Criminal Justice and the Life Course

The prevalence of incarceration in jails and prisons in the US is nearly five times the rate of 40 years ago and greater than any other developed country. Extensive research documents the adverse consequences of incarceration on health. Incarceration, however, represents only a small fraction of overall contacts with the criminal justice system given the high frequency of surveillance, arrests, and convictions. In addition, contacts with the criminal justice system have significant consequences for family formation, fertility, child development, child mental health, and youth educational outcomes. CPIP faculty are actively engaged in innovative projects to understand the criminal justice system’s influence on these demographic and health processes.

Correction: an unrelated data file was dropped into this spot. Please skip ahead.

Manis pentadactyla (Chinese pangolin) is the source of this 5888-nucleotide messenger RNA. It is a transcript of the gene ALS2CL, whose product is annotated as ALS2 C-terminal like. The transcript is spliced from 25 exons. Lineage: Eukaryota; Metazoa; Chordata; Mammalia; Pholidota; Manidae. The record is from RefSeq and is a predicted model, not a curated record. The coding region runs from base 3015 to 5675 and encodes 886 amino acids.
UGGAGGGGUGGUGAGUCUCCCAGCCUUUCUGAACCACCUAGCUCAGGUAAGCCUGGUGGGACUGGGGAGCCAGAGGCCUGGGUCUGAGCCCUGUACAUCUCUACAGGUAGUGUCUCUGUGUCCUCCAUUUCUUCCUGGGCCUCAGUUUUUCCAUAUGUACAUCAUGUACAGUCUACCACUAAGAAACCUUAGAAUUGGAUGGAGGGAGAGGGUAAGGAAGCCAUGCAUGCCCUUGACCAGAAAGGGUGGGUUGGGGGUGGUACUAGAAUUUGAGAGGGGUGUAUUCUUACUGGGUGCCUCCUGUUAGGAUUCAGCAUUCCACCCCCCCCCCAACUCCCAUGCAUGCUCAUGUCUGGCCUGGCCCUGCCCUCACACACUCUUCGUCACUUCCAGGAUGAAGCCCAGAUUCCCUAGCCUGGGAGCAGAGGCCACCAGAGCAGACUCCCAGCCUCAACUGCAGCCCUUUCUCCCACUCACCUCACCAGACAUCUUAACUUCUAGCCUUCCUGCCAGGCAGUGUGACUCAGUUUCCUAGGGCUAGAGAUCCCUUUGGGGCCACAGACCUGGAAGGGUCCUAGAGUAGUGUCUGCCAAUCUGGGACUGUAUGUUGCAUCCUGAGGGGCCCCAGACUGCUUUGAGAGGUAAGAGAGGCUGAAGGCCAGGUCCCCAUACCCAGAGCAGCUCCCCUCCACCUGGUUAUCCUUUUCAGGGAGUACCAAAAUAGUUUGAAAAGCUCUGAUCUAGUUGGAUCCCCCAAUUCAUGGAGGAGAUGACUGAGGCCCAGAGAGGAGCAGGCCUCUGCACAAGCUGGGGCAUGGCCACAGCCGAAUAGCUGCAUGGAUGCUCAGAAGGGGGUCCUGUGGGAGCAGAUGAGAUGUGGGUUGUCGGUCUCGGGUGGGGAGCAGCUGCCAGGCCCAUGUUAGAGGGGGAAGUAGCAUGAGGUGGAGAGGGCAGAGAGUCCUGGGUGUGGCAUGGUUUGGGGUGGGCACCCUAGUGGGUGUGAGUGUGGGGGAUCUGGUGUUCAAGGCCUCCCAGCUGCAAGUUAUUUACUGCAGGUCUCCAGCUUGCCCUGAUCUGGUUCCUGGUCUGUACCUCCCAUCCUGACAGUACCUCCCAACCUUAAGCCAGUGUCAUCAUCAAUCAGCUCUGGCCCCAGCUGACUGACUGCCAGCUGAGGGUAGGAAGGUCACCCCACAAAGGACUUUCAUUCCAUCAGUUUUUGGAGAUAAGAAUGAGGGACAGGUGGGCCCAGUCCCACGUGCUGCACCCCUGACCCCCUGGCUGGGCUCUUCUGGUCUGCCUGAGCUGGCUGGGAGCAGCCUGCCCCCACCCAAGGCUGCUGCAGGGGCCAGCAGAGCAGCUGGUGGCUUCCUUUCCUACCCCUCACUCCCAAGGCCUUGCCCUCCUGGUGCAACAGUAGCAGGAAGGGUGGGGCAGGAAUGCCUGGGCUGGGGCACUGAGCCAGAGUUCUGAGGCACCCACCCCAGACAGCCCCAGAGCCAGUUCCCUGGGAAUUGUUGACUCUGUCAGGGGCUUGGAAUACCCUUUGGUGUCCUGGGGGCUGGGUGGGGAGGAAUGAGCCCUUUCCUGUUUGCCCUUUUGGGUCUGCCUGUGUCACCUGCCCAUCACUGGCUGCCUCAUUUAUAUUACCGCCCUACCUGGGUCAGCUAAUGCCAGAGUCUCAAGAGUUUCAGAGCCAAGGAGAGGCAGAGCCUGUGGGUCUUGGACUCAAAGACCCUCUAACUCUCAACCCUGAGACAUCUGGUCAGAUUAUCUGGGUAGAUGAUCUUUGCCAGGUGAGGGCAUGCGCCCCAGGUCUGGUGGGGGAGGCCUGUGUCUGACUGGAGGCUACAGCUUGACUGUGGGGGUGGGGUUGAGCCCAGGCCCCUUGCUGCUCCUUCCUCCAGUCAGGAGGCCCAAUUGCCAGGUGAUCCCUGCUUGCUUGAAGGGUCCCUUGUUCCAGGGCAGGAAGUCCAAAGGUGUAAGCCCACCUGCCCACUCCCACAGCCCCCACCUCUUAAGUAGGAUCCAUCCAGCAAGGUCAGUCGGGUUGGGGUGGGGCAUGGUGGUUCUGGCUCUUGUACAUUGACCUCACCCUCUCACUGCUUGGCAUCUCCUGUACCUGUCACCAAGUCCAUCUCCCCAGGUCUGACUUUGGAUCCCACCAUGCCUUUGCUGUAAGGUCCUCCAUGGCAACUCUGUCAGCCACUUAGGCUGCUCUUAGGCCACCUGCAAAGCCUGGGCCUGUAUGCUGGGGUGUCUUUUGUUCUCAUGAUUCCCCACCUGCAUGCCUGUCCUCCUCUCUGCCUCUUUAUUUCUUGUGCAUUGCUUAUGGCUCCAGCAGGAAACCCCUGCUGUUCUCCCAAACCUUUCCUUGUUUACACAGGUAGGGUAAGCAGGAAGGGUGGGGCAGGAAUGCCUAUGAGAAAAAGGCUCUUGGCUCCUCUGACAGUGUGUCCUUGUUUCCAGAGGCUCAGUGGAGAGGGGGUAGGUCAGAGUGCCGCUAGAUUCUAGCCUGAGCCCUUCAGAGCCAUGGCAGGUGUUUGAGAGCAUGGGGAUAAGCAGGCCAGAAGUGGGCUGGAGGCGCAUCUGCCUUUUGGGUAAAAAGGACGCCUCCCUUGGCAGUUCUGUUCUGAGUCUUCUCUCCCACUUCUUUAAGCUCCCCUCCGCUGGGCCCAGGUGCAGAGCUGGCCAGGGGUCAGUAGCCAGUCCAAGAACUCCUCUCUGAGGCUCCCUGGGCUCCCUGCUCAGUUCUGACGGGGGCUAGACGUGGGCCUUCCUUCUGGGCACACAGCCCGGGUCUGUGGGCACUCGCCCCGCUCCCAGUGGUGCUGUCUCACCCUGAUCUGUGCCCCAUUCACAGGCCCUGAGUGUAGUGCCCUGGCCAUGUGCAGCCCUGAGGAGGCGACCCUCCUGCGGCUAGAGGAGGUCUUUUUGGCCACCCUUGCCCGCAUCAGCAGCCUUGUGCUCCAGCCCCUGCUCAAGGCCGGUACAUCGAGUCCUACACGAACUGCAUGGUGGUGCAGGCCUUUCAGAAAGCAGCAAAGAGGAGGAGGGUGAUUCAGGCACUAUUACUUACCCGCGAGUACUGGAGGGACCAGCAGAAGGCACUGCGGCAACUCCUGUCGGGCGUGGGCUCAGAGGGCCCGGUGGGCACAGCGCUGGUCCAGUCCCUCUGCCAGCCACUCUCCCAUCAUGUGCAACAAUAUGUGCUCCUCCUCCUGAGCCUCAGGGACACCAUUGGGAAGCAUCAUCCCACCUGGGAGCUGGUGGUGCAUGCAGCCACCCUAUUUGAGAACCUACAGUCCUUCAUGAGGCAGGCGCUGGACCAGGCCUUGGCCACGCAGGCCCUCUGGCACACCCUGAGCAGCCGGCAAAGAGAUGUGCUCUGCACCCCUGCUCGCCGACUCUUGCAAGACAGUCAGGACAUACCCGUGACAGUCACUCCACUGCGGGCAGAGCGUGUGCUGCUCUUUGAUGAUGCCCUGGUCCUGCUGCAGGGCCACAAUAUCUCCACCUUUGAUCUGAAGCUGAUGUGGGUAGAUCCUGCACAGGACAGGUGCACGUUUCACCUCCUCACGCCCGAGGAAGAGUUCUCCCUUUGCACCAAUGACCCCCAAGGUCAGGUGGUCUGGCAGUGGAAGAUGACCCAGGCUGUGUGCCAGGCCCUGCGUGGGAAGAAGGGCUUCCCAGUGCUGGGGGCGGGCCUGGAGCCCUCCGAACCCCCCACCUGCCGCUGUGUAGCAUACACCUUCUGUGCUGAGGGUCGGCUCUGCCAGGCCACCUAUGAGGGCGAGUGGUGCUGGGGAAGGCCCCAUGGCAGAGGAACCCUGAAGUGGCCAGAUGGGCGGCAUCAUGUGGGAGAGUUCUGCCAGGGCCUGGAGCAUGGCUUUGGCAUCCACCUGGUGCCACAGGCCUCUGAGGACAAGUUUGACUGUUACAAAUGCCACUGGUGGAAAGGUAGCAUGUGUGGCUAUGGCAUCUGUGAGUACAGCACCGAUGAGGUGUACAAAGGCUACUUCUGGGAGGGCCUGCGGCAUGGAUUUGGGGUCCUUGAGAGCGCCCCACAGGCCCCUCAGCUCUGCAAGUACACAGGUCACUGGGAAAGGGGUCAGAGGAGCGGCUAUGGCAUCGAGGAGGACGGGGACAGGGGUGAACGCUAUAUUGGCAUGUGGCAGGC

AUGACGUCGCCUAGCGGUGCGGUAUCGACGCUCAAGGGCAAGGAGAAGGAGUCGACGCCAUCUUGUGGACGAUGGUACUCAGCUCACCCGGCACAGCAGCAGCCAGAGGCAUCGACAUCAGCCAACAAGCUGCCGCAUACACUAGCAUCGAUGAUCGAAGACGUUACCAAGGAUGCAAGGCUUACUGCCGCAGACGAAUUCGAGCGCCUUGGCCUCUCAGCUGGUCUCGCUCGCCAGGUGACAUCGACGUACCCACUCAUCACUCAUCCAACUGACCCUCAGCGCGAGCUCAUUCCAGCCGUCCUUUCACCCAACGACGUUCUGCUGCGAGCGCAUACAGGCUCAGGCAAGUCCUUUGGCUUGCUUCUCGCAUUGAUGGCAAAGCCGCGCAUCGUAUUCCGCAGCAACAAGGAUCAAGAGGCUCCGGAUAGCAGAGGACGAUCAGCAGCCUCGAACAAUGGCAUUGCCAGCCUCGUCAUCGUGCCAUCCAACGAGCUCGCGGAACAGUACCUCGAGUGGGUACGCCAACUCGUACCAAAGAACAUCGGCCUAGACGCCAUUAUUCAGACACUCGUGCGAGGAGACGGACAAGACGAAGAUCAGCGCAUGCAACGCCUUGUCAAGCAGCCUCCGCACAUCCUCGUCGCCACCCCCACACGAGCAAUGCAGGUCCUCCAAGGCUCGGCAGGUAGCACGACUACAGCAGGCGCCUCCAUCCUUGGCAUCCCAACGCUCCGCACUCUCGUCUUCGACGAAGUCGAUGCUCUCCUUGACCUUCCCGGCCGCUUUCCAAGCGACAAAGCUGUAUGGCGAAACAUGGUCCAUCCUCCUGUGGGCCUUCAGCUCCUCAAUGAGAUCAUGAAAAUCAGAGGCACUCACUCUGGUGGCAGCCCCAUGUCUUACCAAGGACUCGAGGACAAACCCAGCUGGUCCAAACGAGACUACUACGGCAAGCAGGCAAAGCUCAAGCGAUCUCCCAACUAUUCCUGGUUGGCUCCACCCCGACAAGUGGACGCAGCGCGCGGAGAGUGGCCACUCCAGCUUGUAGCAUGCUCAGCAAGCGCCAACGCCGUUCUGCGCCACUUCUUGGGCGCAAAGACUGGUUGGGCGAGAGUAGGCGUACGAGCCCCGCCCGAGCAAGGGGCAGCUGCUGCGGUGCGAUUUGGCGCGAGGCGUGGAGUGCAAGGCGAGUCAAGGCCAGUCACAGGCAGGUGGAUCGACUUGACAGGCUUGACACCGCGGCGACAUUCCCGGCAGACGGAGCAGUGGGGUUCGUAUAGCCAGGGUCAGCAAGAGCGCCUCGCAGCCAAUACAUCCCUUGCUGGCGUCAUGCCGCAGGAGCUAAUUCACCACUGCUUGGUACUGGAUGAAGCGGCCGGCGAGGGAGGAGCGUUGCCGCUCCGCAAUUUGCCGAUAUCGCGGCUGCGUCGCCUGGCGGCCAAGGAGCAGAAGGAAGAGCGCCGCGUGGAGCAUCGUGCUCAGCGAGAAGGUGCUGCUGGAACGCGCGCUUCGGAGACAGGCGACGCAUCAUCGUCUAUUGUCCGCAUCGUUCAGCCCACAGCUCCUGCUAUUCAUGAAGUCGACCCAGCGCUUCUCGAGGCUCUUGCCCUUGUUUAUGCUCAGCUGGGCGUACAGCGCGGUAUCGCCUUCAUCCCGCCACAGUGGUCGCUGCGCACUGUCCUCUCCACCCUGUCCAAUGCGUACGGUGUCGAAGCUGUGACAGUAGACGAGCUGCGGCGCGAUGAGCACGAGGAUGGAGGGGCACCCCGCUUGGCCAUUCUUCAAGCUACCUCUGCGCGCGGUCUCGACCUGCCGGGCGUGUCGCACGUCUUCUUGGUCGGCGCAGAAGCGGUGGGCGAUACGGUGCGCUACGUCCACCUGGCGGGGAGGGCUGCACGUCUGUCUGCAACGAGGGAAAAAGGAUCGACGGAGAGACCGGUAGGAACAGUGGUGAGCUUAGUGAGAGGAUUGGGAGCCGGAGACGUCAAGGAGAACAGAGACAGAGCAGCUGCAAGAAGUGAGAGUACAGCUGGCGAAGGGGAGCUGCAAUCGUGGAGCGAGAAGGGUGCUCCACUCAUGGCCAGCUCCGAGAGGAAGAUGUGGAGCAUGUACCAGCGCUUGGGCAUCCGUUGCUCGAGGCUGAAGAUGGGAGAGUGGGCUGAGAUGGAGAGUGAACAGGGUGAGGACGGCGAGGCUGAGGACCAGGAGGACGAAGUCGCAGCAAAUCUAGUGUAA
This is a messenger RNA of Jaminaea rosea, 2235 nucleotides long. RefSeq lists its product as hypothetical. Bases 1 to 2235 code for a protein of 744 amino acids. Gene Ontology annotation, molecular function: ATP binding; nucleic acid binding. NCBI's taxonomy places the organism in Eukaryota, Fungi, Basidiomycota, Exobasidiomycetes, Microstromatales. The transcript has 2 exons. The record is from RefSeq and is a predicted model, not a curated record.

Faculty: George Farkas, Amanda Geller, Ana Muñiz, Emily Owens, Naomie Sugie, Bryan Sykes, Kristin Turney


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